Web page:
Pregnant great white shark weighing 2,000-pound swims more than 700 miles away from the northeast US coast to avoid males that want to mate

  • A great white, named Unama’ki, swam 700 miles deep into the Atlantic Ocean
  • Experts believe she is pregnant and made the trip to avoid mating from males
  • They also say the water temperature and food sources are ideal for her young
  • Experts have been tracking the shark with a device since September 2019 

A massive 15-foot-long, 2,000-pound great white shark has fled deep into the Atlantic to avoid mating attempts from other males.

The female, dubbed Unama’ki, is believe to be pregnant as she swam more than 700 miles east of Cape Cod, Massachusetts – experts call this a ‘pelagic journey.’

Researchers fitted Unama’ki with a satellite tracking device in September 2019 that pings when her fin breaches the surface – and the team has been tracker the animal since.

While tracking the shark, the team noticed pings from over a week ago that it had was quickly traveling to the north, but the latest data shows she has turned back around and is sitting in a part of the mid-Atlantic, according to Newsweek.

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Unama’ki’s name comes from Nova Scotia’s indigenous Mi’kmaq people’s name for Cape Breton Island, ‘land of the fog.’

And she was tagged by the northwest Atlantic by OCEARCH, a non-profit team of scientists, which hauled her out of the water in September to apply the device.

Since then, she ‘pinged’ of South Carolina’s Myrtle Beach in October 2019, then the shark swam out north of Bermuda and has now made her way up to waters off the coast of Massachusetts.

Researches noticed that last month, Unama’ki left the eastern US coast and made her way deeper into the ocean – something experts call a ‘pelagic journey.’

Unama'ki's name comes from Nova Scotia's indigenous Mi'kmaq people's name for Cape Breton Island, 'land of the fog.' And she was tagged by the northwest Atlantic by OCEARCH, a non-profit team of scientists, which hauled her out of the water in September (pictured)

Unama’ki’s name comes from Nova Scotia’s indigenous Mi’kmaq people’s name for Cape Breton Island, ‘land of the fog.’ And she was tagged by the northwest Atlantic by OCEARCH, a non-profit team of scientists, which hauled her out of the water in September (pictured)

Since being tagged in near Nova Scotia September 2019, she 'pinged' of South Carolina's Myrtle Beach in October 2019, then the shark swam out north of Bermuda in April and has now made her way up to waters off the coast of Massachusetts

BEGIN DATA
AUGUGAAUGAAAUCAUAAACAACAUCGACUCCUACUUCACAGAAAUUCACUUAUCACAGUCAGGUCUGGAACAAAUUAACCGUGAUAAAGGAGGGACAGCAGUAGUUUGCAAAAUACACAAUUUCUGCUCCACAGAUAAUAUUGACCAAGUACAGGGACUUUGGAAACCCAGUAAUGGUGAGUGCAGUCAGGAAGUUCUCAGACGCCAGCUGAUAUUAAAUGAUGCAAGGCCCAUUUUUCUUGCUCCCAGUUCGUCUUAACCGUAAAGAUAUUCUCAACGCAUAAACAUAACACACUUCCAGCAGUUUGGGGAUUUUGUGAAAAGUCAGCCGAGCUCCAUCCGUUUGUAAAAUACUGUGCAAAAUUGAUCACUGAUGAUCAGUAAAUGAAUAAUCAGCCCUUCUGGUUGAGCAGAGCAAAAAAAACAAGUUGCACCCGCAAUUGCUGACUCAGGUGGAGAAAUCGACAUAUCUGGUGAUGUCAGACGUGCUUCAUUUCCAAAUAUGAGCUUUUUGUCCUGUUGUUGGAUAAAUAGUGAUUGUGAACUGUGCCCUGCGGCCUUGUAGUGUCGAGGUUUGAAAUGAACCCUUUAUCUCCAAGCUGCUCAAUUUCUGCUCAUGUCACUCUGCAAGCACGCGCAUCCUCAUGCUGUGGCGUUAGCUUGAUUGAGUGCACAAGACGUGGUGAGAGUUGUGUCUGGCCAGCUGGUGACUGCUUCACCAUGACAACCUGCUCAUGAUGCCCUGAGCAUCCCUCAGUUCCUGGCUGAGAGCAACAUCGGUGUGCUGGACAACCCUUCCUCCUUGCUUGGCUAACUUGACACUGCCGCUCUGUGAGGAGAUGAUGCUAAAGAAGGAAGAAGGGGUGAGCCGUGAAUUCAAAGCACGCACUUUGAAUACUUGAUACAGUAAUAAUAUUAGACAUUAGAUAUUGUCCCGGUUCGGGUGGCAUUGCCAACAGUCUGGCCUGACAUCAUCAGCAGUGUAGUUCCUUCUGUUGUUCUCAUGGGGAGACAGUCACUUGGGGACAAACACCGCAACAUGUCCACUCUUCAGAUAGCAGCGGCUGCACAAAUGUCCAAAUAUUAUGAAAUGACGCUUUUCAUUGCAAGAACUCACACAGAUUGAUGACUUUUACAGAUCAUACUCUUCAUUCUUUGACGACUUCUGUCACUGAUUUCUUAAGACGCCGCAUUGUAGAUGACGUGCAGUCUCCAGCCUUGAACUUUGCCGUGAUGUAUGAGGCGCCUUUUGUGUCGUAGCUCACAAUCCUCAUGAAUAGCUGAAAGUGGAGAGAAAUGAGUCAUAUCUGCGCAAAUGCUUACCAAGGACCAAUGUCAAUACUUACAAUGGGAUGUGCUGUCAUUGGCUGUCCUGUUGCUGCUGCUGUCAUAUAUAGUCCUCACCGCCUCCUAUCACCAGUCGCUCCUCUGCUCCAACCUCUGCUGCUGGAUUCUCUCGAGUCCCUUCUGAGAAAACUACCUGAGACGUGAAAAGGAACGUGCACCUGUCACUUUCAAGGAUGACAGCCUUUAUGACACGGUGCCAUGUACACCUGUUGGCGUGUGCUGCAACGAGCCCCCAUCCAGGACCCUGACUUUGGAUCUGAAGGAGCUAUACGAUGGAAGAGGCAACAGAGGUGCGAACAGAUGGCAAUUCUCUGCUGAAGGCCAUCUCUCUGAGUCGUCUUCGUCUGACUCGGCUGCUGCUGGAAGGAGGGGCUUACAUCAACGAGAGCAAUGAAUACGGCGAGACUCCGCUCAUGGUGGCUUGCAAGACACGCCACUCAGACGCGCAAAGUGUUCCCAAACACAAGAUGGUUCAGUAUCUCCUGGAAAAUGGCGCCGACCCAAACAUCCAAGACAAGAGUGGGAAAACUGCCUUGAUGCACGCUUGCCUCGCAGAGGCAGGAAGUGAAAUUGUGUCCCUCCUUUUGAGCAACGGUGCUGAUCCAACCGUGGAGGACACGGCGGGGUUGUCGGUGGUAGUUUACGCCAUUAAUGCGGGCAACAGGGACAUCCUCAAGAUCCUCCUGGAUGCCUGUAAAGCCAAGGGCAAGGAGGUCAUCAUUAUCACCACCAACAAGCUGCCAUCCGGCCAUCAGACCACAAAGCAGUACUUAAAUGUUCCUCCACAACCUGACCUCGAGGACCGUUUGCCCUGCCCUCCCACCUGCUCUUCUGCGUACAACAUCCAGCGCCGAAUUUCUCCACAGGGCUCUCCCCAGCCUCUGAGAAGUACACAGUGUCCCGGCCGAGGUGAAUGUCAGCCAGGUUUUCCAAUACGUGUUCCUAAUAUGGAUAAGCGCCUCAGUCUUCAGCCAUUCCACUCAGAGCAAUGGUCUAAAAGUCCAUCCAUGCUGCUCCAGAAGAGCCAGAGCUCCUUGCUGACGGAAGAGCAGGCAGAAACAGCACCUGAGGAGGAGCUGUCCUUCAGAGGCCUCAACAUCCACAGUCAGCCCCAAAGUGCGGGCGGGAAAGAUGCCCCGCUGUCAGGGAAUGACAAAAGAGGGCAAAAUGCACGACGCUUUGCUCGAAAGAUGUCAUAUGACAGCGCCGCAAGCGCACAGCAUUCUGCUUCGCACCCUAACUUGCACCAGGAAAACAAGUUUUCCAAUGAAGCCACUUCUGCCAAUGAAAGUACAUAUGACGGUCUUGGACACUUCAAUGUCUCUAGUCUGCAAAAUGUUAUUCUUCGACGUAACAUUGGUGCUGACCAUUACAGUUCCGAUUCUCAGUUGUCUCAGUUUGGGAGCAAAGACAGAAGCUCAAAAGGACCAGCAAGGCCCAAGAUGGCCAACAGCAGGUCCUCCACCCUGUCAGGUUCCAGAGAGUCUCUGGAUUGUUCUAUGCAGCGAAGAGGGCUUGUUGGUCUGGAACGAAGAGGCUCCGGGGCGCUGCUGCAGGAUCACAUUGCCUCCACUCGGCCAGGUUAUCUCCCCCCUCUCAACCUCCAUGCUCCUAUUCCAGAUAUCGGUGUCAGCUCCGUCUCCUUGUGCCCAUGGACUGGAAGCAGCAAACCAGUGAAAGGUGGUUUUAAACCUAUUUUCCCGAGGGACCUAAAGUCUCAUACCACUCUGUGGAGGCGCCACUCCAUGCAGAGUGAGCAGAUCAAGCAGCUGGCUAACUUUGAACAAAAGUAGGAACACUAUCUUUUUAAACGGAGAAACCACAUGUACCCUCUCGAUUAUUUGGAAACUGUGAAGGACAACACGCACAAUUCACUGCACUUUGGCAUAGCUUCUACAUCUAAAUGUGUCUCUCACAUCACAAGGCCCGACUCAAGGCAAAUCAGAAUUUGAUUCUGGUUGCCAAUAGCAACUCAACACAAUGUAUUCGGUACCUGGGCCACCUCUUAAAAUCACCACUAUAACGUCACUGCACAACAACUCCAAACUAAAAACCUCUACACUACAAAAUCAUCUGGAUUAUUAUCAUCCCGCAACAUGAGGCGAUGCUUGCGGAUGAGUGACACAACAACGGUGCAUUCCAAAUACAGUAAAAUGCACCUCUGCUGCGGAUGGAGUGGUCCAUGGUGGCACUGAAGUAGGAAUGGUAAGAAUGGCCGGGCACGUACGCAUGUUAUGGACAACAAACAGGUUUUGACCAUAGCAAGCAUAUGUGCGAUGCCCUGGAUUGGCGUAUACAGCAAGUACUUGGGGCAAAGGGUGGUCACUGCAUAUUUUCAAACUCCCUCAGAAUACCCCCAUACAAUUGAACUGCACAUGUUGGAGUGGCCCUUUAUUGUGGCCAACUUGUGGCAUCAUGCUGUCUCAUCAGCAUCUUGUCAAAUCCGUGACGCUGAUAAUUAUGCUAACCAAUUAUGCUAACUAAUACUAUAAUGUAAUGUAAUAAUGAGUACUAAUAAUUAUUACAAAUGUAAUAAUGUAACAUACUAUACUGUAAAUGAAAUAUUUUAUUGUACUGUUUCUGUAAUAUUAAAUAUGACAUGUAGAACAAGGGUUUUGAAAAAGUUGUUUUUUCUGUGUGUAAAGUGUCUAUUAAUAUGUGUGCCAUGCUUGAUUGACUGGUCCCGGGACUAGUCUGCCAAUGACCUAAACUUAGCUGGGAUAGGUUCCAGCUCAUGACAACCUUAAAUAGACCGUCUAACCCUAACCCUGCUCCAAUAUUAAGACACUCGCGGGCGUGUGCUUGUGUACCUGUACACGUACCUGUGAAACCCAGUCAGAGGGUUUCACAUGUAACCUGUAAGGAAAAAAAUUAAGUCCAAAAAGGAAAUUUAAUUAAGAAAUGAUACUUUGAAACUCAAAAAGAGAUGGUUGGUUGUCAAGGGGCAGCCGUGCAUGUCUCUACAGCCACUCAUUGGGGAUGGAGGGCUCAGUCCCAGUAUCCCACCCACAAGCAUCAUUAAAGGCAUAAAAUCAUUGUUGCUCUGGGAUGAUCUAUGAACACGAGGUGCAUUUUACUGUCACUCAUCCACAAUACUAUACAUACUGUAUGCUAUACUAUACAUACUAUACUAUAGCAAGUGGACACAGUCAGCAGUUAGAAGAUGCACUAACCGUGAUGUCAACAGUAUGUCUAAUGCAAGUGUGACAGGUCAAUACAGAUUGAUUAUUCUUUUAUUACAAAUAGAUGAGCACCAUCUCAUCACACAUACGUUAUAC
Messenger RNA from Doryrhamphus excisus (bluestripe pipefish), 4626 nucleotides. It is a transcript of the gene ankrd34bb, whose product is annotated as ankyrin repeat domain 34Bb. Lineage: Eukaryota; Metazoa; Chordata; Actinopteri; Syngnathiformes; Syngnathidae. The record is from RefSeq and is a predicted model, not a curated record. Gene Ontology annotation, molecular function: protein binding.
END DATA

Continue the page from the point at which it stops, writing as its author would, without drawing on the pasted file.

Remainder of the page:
Since being tagged in near Nova Scotia September 2019, she ‘pinged’ of South Carolina’s Myrtle Beach in October 2019, then the shark swam out north of Bermuda in April and has now made her way up to waters off the coast of Massachusetts

Great white sharks: Feared predators of the deep

  • Great white sharks have such a strong sense of smell that they can detect a colony of seals two miles away 
  • Great whites give birth to up to ten ‘pups’ but mothers will eat them if they don’t swim off fast enough 
  • They swim at up to 37mph  at full pelt and burst out of the water from below their prey
  • They attack 5-10 humans every year but usually just take a ‘sample bite’ out of curiosity before swimming off 
  • Great whites can live to up to 70 years old   
  • They are coloured white underneath to make them harder to see from below with sunlight shining down 
  • They have several rows of teeth that can number into the thousands
  • As their teeth fall out they are replaced by razor sharp teeth in the row behind      

 

And the only sharks that are observed doing this are large females.

OCEARCH believes that the female sharks that do this journey are pregnant at the time and they hope this means Unama’ki will take them to birthing ground for great white sharks.

OCEARCH’s founding chairman and expedition leader Chris Fischer told Newsweek: ‘We have tracked at least one big mature female returning from one of these journeys by heading straight back to the New York Bight, which is a white shark nursery.’

‘This is further indirect evidence that they may be gestating while in the open ocean.’

Fischer noted that there are three reasons why females travel to deeper regions of the ocean and then loop back around.

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He told Newsweek that this is a strategy to avoid males from trying to mate with them while they are pregnant.

Another reason is the water temperatures are more favorable for young sharks and the last reason is, the sharks be looking for an abundant food source for their babies to feed on once they are born.

Fischer also explained that males regularly take these migration loops, but it is a rare sighting when a female does.

OCEARCH researchers believe Unama’ki could soon make her way back to the waters off Nova Scotia, Canada – if the data have collected on her behavior is accurate.

The team also thinks there are two sub-populations of great white sharks in those waters and one tends to gather near Nova Scotia.



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